November, 2005

Help Your Child Academically take control

Your child may not realize it when it's 2 a.m. and she's memorizing the periodic table, but homework is a good thing. It helps your child:

practice what she has learned during the day
establish study habits that will be critical in college
prepare for her classes
get a sense of progress

Homework Tips

Set the Mood
Help your child create a good study area with all the resources he needs (for example, a dictionary). If you don't have a quiet place at home, he should try the school or local library.
Know Where to Begin
Your child should make a prioritized list of everything she needs to do, so she can't use "I don't know where to start" as an excuse. It's important not to over-schedule. Without some flexibility, your child will set herself up to fail.
Study at the Same Time Every Day
Even if your child doesn't have homework, he can use the time to review notes. If homework is something your child accepts as part of his day, he'll approach it with less dread. Plus, he will become a pro at using time productively.
Keep Things in Perspective
Your child should know how much weight each assignment or test carries, and use her time accordingly.
Get More Involved
Does your child ever feel like he can't stay awake to read something, let alone process it? To keep his mind from wandering, your child may want to take notes, underline sections, discuss topics with others, or relate his homework to what he is studying in another class.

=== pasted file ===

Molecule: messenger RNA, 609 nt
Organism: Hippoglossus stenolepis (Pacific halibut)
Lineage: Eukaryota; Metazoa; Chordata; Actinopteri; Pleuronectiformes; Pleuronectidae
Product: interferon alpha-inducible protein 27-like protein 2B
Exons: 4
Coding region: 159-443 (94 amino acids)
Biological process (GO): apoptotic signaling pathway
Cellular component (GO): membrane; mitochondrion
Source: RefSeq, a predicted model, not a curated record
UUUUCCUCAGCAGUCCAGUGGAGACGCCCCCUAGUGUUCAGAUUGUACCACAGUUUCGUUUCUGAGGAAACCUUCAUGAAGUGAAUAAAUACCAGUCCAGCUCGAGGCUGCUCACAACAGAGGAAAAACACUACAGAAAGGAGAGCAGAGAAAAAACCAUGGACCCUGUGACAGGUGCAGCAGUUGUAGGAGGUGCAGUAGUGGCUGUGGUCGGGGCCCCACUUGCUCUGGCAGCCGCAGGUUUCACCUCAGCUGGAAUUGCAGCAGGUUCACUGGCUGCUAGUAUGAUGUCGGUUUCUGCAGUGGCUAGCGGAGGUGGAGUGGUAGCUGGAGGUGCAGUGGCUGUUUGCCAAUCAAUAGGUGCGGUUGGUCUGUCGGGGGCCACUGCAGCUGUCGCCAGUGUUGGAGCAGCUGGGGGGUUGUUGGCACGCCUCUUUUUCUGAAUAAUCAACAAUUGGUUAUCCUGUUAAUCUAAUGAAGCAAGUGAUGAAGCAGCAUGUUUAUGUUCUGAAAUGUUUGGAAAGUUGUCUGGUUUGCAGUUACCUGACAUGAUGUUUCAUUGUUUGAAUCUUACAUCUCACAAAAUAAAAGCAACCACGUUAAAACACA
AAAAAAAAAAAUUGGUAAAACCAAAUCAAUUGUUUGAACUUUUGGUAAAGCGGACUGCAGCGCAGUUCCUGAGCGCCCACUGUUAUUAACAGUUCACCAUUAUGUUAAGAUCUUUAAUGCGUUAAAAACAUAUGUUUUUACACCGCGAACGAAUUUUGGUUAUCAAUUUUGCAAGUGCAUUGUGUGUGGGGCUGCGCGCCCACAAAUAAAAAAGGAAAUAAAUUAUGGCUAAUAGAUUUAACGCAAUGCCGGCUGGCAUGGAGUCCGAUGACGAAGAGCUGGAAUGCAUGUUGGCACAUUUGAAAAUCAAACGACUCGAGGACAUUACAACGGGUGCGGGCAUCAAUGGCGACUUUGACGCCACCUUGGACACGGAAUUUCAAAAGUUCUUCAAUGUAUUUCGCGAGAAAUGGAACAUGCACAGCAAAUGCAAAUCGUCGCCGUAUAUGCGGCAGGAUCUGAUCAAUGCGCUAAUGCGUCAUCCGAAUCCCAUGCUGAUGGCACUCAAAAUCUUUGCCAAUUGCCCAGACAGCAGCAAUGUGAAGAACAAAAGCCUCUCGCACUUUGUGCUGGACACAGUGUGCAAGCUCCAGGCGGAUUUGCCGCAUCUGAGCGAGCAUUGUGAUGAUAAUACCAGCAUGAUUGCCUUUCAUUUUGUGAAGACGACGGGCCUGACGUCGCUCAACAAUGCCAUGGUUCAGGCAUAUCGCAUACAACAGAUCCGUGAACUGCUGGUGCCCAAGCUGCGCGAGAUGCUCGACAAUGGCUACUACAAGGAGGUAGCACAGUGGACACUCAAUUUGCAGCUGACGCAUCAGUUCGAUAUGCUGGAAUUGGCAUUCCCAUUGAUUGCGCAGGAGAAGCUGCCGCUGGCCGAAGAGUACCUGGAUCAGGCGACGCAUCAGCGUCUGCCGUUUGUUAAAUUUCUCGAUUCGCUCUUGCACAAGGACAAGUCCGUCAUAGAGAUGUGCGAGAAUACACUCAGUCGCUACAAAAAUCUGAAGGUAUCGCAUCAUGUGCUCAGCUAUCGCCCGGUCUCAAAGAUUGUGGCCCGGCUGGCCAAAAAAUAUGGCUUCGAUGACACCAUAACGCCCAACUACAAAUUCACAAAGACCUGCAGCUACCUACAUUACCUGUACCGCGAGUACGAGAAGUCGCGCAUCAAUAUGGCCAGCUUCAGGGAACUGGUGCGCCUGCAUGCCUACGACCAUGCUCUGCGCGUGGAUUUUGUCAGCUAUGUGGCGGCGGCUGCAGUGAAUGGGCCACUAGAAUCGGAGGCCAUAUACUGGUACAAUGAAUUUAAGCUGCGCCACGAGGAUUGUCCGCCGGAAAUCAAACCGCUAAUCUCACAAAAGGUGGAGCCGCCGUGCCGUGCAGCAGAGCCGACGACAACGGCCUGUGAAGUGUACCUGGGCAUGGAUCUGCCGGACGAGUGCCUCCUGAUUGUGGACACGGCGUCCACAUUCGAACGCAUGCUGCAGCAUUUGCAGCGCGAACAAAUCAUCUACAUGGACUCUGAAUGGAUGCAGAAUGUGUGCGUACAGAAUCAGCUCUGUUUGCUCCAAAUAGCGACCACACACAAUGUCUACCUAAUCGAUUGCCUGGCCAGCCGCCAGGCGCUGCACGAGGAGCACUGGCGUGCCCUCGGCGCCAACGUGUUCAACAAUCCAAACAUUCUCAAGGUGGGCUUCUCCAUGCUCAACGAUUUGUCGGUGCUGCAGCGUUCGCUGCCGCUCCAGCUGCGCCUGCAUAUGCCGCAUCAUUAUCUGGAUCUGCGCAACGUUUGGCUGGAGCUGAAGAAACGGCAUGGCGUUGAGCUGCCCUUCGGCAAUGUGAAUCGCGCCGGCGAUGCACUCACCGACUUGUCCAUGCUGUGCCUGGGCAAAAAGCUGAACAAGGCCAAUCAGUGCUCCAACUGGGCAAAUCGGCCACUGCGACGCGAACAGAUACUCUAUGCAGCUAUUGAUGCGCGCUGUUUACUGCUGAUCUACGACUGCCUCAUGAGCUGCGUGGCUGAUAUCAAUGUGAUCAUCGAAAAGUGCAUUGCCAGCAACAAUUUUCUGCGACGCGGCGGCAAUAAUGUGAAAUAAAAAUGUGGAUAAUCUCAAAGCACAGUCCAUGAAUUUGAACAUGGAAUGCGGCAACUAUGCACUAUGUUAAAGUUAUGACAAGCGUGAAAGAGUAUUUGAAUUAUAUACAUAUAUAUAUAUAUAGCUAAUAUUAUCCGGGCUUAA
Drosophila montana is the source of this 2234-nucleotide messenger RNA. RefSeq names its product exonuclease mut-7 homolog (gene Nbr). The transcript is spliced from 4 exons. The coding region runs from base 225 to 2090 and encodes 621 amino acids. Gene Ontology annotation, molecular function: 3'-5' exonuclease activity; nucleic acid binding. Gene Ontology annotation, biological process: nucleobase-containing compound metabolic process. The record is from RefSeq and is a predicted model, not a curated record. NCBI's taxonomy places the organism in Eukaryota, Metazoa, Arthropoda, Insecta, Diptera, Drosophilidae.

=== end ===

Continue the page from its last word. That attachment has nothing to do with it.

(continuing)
Organize the Information
People process information in different ways. Some people like to draw pictures or charts to digest information, other people like to read out loud or make detailed outlines. Your child should try to find the best methods that work for her. She should ask her teacher for recommendations if she's experiencing any difficulty.
Take Advantage of Any Free Time
If your child has a study hall, or a long bus ride, he can use the time to review notes, prepare for an upcoming class, or start homework.
Studying with a Friend
Unless it's too distracting, your child may want to get together with friends and classmates to quiz herself, compare notes, and predict test questions. To you, this may seem like mostly a social time, but it can be very beneficial to your child to prepare for an assignment as part of a group.
Celebrate Your Child's Achievements
Reward your child for hitting milestones, or doing something well. You can provide treats or small rewards for your child while he is working on a big assignment. Your appreciation of your child's accomplishments in school is still very important to him, even though he may not always show it.
Communication Is Key
Keeping the lines of communication open will help to broaden your understanding of what teachers and counselors expect of your child and may help you to think of new ways to be supportive while still giving your child the independence that he's craving. It will also help you to understand how much time your child needs to allot for his homework, time that might take away from his participation in family activities or helping out around the house.
If your child has concerns about the amount or type of homework he has, he may want to talk to his teacher, adviser, or counselor. Encourage your child to ask for help if he needs it.